In basically an unregulated market for this oil that was bought at a mandated discount...

PHILLIPS: Keyword, "unregulated." You had this trading then that wasn't monitored properly by the U.N. You didn't have enough inspectors there in Iraq and other places to monitor it. You had Saddam Hussein, who was picking the companies he wanted to deal with. OK, then comes companies companies like Cotecna, who were brought in, or it was brought in, to monitor the humanitarian aid. Here comes Kojo Annan. Now what happened with this dynamic?

MAIELLO: Well, Cotecna was a Swiss company that people would not know much about, that was contracted by the U.N. to monitor the humanitarian goods that were flowing into Iraq. It seems that Secretary-General Annan's son, Kojo, is working as a consultant for this company. They say he was working in West Africa, not in Iraq, and that he stopped working for them in 1999. This came out a while ago. This was revealed maybe about a year ago at this point, but their immediate thing was to say that Kojo had stopped working there back in '99 and there was no real problem.

Now it turns out that Kojo had a noncompete agreement with the company so the company was paying him a salary not to get into the same industry until -- up until the end of the program so...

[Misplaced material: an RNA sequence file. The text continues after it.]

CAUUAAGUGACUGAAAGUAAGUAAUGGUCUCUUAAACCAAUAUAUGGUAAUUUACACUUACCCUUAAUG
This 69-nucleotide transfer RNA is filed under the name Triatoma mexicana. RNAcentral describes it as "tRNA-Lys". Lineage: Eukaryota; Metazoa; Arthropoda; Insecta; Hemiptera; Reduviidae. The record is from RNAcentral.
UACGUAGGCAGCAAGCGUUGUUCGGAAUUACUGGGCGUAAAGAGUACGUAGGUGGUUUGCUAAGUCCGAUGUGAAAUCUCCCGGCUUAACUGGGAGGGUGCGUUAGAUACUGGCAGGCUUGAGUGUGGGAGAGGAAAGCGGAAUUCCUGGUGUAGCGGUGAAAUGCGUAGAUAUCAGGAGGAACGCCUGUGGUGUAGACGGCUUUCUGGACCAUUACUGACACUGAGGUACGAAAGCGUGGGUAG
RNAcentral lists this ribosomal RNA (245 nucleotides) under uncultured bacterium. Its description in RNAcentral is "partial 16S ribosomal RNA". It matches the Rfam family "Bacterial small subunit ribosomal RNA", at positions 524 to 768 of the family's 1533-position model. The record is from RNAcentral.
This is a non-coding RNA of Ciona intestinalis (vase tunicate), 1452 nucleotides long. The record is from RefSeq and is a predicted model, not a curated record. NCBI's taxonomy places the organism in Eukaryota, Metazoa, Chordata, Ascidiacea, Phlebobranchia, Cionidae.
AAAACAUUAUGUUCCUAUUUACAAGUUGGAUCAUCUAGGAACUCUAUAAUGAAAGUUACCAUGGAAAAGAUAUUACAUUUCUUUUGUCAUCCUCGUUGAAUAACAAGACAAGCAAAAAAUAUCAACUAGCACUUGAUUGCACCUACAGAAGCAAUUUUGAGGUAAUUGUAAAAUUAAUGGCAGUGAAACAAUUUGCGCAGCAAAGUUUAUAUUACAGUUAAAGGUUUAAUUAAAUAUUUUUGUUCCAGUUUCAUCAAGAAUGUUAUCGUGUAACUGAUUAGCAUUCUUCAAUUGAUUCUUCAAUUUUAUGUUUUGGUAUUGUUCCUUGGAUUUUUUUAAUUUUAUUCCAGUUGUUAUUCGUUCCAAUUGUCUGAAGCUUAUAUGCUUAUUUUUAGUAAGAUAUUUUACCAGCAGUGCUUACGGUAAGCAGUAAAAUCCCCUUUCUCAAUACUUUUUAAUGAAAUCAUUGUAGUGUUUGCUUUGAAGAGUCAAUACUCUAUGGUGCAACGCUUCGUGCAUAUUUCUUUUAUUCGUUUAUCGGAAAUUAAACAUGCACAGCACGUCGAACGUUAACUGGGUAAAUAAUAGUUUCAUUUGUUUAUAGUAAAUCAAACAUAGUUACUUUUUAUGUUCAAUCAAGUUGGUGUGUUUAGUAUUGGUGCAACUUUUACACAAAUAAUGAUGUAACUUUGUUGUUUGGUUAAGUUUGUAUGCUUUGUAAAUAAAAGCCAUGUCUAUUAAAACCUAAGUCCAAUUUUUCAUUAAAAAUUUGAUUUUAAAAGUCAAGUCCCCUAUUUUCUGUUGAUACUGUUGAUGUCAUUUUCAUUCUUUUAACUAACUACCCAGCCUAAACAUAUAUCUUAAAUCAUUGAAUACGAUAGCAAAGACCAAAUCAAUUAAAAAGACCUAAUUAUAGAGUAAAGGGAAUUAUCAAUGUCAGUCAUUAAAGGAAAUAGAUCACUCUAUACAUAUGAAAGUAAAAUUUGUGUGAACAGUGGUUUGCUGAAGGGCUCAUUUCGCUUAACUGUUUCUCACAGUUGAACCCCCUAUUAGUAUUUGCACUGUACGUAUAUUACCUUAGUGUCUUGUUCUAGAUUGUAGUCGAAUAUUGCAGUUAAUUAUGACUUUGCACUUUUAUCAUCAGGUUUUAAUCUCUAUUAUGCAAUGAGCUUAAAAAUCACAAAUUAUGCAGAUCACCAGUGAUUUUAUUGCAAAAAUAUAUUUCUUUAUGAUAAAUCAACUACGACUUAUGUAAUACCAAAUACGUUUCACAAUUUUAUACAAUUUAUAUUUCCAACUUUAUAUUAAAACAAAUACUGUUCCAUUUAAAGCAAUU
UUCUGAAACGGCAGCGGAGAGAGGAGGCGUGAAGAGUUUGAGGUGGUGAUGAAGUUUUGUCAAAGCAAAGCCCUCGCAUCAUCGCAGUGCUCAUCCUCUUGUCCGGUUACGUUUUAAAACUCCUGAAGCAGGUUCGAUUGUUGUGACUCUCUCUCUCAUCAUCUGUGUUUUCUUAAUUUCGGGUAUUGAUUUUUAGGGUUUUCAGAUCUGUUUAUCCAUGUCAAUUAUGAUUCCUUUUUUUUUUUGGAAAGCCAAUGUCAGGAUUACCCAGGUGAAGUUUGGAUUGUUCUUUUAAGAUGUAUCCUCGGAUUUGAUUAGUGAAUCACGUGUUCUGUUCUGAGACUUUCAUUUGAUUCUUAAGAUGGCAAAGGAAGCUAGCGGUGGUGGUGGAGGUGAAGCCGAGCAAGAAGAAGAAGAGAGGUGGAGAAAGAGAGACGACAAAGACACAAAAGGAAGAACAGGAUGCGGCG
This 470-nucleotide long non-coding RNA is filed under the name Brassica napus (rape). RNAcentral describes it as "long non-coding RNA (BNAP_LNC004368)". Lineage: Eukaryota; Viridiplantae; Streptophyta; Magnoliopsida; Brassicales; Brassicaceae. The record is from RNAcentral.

PHILLIPS: Why would Cotecna want Kojo?

MAIELLO: Well, I mean, I guess one could speculate that if you wanted to get U.N. contracts it would be nice to have a connection with the secretary-general. I mean, that would be the most cynical explanation one could come up with. And there's an appearance problem here. I think that -- you know, whether or not that is true, whether or not that's why they hired him, that's what it looks like. And credibility was the main issue with this entire -- with the entire Oil-For-Food Program, it was one of the most important things to have. And it astounds me that the U.N. would have allowed this to go on and allow this to become an issue that basically has brought the entire institution up for question now.

PHILLIPS: And now of course you're working on another big report for "Forbes" magazine. And all of these requests from various political leaders, saying, Kofi Annan should resign. What are you hearing? And do you think that's fair? What do the people say that you're interviewing now and talking about this relationship and his job basically being at stake?